By Elaine Moore in London and Kerin Hope in Athens
Robust demand for five-year debt; Order book hits €11bn; Yield of 5%-5.25% predicted
Greece has returned to global capital markets for the first time since the eurozone crisis erupted in 2010, attracting big demand for its government bonds in a sign of growing confidence in the region’s weakest economies.
Investors rushed to place €11bn of orders for the five-year bonds yesterday, just four years after its debts triggered an international crisis that threatened to destroy the euro.
Following a painful period of austerity and the biggest debt restructuring in history, Greece achieved a primary surplus in 2013. But with high levels of unemployment, it remains the weakest link in the 15-year old currency union.
As if to underline the fragility, the country’s unions embarked on a nationwide anti-austerity strike yesterday, forcing schools to close and bringing parts of the public transport network to a standstill. News of the debt sale was barely reported in Athens due to television blackouts.
The €11bn order book is about four times higher than the amount Greece is expected to raise. Bankers were predicting a yield of between 5 per cent and 5.25 per cent, lower than some analysts had forecast.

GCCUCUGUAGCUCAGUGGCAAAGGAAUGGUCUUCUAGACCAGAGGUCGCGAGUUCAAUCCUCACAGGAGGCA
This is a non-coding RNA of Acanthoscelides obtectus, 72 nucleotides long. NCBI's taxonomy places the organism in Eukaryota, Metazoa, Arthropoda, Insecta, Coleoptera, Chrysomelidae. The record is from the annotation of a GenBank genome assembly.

Antonis Samaras, Greece’s prime minister, is keen to show that Greece is able to borrow money independently of its troika of international lenders – the European Central Bank, the IMF and the European Commission. The bond will be governed by UK law in an attempt to attract investors who fear that they could be wiped out by another debt restructuring.
One Athens banker said today would be a moment for “rejoicing”, especially if the yield was below 5 per cent. He said Greek banks were excluded from the five-year issue because it “was important to tap foreign investors to send the message Greece is back”.
Greece is taking advantage of falling borrowing costs across Europe amid growing speculation that the ECB is set to embark on a round of quantitative easing.
Greece’s benchmark borrowing costs on the 10-year bond hit more than 30 per cent after the debt restructure in 2012, but have fallen below 6 per cent.
However, Alan Wilde, head of fixed income at Baring Asset Management, said: “I still can’t see why anyone would want to own Greek debt. Greece comes into the category where it renegotiated but did not repay the debt that it owed.” (FT)